To test the hypothesis that activation of the transient receptor potential vanilloid 4 (TRPV4) channel conveys a hypotensive effect that is enhanced during salt load, male Wistar rats fed a normal (NS, 0.5%) or high sodium (HS, 4%) diet for 3 weeks were given 4α-phorbol 12,13-didecanoate (4α – PDD), a specific TRPV4 activator, in the presence or absence of capsazepine (CAPZ), a selective TRPV1 blocker; ruthenium red (RuR), a TRPV4 blocker; or TRPV4 small hairpin (sh)RNA that selectively knockdowns TRPV4. 4α-PDD (1, 2.5, or 5 mg/kg, iv) dose-dependently decreased mean arterial pressure (MAP, p<0.05). HS enhanced 4α-PDD-induced depressor effects as well as 4α-PDD-mediated release of calcitonin gene related peptide (CGRP) and substance P (SP) (p<0.001). RuR markedly blunted (p<0.001), while CAPZ slightly attenuated (p<0.05), 4α-PDD-induced depressor effects in HS and NS rats. RuR alone increased baseline MAP in both HS and NS rats with a greater magnitude in the former (p< 0.05). Western blot analysis showed that HS increased TRPV4 expression in dorsal root ganglia (DRG) and mesenteric arteries (MA) (p<0.05) but not the renal cortex and medulla. Gene-silencing approach revealed that TRPV4 shRNA down-regulated TRPV4 expression leading to blunted 4α-PDD-induced hypotension (p<0.05). Thus, TRPV4 activation decreases blood pressure in rats given NS. HS enhances TRPV4 expression in sensory nerves/mesenteric arteries and TRPV4-mediated depressor effects and CGRP/SP release, in such that HS causes a greater increase in blood pressure when TRPV4 is blocked. Our data indicate that TRPV4 activation may constitute a compensatory mechanism in preventing salt-induced increases in blood pressure.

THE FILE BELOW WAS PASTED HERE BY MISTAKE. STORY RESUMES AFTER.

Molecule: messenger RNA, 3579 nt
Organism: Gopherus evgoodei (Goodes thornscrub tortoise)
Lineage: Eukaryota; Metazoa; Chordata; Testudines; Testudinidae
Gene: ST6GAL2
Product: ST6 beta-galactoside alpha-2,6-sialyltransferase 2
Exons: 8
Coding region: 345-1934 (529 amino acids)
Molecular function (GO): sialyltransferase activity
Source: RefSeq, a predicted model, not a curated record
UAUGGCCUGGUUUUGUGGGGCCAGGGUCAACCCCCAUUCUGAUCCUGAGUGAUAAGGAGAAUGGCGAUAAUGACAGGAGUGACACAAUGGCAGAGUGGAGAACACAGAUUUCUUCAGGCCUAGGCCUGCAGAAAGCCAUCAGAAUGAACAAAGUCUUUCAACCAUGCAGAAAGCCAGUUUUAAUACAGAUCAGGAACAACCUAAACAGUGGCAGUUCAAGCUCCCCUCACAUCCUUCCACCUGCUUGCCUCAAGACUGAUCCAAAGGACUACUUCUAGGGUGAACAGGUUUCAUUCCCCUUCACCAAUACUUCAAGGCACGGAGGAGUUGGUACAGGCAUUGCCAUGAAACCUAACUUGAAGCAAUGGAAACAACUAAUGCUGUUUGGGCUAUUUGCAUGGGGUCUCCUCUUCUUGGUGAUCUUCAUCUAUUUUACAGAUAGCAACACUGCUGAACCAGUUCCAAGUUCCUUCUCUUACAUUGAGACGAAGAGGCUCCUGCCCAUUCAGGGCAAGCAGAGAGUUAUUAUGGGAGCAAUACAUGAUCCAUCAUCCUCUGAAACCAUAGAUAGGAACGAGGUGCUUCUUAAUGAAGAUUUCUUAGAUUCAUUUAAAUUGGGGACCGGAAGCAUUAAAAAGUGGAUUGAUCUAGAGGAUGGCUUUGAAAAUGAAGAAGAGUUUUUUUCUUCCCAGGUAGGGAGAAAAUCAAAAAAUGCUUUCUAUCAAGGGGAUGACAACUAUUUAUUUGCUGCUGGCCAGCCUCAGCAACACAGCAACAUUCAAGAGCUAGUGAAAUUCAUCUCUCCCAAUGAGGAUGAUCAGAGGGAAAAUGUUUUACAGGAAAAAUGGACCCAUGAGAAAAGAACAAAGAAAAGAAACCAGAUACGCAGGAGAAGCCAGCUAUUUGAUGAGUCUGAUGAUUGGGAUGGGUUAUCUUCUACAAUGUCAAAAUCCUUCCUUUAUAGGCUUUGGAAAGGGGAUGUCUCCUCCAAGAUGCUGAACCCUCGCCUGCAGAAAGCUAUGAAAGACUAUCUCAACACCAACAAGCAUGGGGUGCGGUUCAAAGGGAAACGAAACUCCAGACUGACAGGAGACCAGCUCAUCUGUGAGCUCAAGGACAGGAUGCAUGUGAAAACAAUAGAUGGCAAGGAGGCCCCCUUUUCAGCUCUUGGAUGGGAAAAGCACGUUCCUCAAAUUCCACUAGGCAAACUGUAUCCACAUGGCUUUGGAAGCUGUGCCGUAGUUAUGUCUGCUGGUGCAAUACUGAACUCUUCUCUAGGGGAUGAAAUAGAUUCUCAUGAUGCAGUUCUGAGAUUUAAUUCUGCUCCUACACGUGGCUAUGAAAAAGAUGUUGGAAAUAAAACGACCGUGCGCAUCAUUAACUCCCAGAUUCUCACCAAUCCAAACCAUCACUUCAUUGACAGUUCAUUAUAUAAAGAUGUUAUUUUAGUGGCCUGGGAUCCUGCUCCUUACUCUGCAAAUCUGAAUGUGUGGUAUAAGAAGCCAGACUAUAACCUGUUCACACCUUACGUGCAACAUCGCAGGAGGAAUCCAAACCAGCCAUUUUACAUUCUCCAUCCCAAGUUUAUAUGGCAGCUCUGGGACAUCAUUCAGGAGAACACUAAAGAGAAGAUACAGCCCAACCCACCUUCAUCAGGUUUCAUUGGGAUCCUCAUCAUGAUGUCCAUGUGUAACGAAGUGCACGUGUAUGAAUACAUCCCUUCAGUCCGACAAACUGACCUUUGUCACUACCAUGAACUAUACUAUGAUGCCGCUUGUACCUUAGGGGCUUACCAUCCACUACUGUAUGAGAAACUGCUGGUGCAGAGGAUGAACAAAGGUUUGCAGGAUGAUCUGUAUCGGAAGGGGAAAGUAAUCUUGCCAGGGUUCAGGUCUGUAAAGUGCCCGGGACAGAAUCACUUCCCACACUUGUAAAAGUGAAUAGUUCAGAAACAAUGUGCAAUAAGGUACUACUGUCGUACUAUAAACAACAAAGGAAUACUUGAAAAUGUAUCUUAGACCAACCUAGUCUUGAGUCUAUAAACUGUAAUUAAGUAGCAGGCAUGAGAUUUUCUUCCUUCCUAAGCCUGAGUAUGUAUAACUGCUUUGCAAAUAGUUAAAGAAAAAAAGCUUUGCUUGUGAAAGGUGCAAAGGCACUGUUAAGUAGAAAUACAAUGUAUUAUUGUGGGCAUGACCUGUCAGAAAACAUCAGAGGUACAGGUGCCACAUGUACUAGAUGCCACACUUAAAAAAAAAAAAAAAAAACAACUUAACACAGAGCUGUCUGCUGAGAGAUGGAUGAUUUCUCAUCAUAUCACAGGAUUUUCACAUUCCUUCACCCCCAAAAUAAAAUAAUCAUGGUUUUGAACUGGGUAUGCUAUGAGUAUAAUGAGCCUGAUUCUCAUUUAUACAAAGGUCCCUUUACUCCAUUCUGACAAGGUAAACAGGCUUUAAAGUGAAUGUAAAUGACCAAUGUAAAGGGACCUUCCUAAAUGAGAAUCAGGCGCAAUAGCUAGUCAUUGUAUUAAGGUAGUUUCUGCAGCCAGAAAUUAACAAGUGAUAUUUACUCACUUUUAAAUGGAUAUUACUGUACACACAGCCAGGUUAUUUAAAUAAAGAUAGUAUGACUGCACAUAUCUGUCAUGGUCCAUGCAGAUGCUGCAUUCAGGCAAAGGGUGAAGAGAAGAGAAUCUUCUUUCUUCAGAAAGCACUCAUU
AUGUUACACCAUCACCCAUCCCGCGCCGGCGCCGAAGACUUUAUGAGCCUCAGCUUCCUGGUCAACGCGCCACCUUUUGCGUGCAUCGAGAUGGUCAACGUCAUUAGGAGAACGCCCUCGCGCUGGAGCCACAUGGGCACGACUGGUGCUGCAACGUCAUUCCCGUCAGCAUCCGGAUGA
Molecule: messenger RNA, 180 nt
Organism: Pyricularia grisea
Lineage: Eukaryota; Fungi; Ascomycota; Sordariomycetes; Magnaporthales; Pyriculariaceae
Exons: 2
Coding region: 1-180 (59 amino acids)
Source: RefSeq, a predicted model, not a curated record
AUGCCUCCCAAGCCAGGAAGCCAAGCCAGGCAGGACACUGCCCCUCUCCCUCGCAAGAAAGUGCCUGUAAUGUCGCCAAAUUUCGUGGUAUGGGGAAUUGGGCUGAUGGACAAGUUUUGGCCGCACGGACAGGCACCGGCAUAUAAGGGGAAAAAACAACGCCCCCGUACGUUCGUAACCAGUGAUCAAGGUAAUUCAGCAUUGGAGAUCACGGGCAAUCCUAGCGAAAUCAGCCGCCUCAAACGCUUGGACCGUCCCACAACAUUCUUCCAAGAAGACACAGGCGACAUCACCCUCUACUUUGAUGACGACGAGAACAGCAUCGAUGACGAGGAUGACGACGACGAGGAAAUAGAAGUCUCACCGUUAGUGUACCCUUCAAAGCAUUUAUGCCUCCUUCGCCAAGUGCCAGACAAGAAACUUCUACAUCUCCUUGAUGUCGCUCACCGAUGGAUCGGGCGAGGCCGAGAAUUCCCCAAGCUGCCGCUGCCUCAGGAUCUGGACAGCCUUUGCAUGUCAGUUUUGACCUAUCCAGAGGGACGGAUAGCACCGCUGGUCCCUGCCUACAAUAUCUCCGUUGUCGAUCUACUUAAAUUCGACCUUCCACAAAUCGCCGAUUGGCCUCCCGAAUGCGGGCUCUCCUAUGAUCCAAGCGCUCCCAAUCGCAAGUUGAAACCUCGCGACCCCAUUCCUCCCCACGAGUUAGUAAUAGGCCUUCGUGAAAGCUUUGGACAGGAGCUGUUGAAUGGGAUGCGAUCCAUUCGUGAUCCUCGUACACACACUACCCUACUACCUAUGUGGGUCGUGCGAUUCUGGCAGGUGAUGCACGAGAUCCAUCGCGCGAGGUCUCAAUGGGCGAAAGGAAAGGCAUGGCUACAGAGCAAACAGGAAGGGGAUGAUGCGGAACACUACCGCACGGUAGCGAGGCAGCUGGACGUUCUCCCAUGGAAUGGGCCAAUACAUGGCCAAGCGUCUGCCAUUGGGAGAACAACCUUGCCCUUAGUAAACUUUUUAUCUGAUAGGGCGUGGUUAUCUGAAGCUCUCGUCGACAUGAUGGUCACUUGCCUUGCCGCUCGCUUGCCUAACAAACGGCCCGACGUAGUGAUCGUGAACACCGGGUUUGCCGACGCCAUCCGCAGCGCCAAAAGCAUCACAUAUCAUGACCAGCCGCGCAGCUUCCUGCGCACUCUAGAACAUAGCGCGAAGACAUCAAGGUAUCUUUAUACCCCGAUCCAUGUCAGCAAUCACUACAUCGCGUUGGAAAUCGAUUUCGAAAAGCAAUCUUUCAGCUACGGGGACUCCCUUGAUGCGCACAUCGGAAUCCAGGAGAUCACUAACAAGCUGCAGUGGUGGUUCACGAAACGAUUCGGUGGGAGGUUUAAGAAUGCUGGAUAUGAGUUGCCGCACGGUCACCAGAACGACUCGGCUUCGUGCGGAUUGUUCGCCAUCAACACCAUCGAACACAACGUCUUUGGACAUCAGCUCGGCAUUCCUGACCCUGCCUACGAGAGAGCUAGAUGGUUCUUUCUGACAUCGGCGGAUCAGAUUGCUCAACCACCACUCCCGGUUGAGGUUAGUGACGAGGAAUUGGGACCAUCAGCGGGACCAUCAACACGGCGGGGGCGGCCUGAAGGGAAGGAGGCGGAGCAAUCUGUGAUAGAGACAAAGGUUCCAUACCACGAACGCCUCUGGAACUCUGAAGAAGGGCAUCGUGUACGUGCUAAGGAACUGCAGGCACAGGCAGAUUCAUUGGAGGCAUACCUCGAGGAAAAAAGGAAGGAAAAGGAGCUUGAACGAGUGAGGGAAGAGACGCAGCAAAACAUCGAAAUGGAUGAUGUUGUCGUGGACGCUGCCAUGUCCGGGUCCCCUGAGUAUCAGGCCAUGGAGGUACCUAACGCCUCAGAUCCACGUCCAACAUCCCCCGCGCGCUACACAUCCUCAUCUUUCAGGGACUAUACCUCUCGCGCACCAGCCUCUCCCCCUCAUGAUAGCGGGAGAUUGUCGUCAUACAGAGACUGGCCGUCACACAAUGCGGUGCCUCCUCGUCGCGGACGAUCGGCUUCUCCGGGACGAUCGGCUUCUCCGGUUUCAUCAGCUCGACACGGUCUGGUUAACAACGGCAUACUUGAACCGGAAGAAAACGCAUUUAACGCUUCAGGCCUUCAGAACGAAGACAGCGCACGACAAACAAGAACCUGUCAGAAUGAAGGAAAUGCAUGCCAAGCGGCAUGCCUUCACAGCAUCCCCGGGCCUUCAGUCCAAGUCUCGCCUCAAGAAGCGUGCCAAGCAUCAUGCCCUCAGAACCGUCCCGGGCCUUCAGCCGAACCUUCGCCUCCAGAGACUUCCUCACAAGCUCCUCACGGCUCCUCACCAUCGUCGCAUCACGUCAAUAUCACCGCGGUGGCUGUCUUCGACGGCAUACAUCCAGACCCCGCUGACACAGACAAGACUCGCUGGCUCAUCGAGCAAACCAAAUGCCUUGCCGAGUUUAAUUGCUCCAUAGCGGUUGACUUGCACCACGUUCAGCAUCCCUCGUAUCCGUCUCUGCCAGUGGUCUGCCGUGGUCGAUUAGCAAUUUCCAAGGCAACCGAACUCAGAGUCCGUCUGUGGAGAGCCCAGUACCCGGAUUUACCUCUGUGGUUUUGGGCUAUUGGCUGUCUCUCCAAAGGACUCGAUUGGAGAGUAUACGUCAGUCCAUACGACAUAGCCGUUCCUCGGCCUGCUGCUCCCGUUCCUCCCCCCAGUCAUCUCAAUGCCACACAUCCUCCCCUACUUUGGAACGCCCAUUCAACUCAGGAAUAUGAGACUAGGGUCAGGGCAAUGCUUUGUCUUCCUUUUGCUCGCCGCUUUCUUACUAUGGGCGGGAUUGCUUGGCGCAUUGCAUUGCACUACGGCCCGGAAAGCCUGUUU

salt intake; gene-targeting; gene-silencing; sensory nerves; blood pressure; transient receptor potential channel